Back in September 2016 the Ministry of Justice invited views on their five proposals to modernise judicial appointments:
- Introducing a fixed, non-renewable term for fee paid (part-time judges).
- Introducing the ability to recruit to leadership positions for a fixed term, with accompanying temporary remuneration.
- Introducing an expectation (rather than guarantee) of the number of days existing fee-paid court judges are required to sit.
- Removing the entitlement of existing fee-paid judges to claim travel expenses for journeys to their primary courts.
- Introducing a requirement for existing salaried and fee-paid judges to provide notice of intention to resign or retire.
The aim of these proposals was to increase judicial diversity, improve judicial career prospects, and introduce flexibility of deployment and modern business practices.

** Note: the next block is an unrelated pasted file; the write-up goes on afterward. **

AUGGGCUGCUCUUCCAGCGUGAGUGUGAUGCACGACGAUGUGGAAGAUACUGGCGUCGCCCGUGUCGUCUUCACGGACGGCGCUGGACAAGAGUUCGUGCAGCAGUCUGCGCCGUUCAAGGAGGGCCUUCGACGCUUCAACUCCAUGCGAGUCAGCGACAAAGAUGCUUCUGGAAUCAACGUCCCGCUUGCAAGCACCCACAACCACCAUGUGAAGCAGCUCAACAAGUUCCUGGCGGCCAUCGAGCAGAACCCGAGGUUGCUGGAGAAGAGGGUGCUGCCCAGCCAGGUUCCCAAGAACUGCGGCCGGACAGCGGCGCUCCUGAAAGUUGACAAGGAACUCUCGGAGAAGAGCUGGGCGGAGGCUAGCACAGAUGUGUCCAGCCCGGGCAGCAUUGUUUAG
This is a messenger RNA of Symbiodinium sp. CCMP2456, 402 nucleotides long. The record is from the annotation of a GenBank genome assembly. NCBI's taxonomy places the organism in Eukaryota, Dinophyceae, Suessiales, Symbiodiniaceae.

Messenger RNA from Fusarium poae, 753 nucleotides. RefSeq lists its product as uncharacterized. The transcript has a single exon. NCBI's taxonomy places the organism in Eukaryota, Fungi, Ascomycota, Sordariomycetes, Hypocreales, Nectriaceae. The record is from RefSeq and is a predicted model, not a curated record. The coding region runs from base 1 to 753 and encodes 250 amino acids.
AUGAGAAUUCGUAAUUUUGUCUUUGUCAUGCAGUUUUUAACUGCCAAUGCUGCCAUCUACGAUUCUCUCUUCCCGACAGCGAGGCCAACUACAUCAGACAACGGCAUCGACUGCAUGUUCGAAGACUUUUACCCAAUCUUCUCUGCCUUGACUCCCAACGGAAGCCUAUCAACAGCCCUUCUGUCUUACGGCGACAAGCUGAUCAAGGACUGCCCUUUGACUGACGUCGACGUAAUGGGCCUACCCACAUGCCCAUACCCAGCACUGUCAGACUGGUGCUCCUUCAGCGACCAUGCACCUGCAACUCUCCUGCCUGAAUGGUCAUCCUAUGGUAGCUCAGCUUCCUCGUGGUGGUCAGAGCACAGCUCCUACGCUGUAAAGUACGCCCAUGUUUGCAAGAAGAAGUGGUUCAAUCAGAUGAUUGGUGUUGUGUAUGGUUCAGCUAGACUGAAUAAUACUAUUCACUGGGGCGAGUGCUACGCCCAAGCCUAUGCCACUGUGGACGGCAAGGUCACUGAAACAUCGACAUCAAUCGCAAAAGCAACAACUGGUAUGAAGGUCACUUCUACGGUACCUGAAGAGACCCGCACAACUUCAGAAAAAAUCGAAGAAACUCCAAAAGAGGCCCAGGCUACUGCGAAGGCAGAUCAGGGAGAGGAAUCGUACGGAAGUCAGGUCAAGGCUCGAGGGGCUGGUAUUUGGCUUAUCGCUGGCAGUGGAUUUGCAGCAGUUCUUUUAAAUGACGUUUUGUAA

The Law Society believes that diversity within the judiciary is as fundamental to the proper administration of justice as judicial independence; it directly impacts on public confidence in the courts and their decisions. The Society shares the government’s desire to ensure that members of the judiciary are 'drawn from the widest possible pool of talent'.
The Law Society also has concerns that:
- introducing a lack of permanency to part-time roles without creating a clear path for career progression into salaried positions could lead to a serious decrease in judicial office candidates
- mutual flexibility of part-time roles has been overlooked: the justice system relies heavily on the flexibility and experience of part-time office holders to function properly
- a fixed, non-renewable term is likely to lead to a high turnover of judges, and new appointments may sit for no longer than six to 10 years on a part-time basis
- removal of guaranteed sitting days removes any guarantee of income.
The full consultation response can be read here.